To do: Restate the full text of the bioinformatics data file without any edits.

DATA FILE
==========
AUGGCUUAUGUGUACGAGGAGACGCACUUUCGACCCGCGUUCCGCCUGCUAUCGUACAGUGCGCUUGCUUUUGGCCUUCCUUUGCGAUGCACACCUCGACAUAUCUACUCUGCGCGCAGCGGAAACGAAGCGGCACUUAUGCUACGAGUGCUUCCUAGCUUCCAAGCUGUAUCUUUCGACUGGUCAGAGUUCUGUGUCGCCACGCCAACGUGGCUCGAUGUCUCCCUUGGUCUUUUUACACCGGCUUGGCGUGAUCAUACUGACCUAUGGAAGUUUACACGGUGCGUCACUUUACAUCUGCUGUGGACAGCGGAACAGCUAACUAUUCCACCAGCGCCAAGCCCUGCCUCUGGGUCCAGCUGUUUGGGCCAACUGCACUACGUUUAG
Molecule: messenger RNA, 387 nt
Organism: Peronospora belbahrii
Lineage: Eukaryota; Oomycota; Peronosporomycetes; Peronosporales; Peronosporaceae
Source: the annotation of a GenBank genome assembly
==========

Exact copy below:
AUGGCUUAUGUGUACGAGGAGACGCACUUUCGACCCGCGUUCCGCCUGCUAUCGUACAGUGCGCUUGCUUUUGGCCUUCCUUUGCGAUGCACACCUCGACAUAUCUACUCUGCGCGCAGCGGAAACGAAGCGGCACUUAUGCUACGAGUGCUUCCUAGCUUCCAAGCUGUAUCUUUCGACUGGUCAGAGUUCUGUGUCGCCACGCCAACGUGGCUCGAUGUCUCCCUUGGUCUUUUUACACCGGCUUGGCGUGAUCAUACUGACCUAUGGAAGUUUACACGGUGCGUCACUUUACAUCUGCUGUGGACAGCGGAACAGCUAACUAUUCCACCAGCGCCAAGCCCUGCCUCUGGGUCCAGCUGUUUGGGCCAACUGCACUACGUUUAG
Molecule: messenger RNA, 387 nt
Organism: Peronospora belbahrii
Lineage: Eukaryota; Oomycota; Peronosporomycetes; Peronosporales; Peronosporaceae
Source: the annotation of a GenBank genome assembly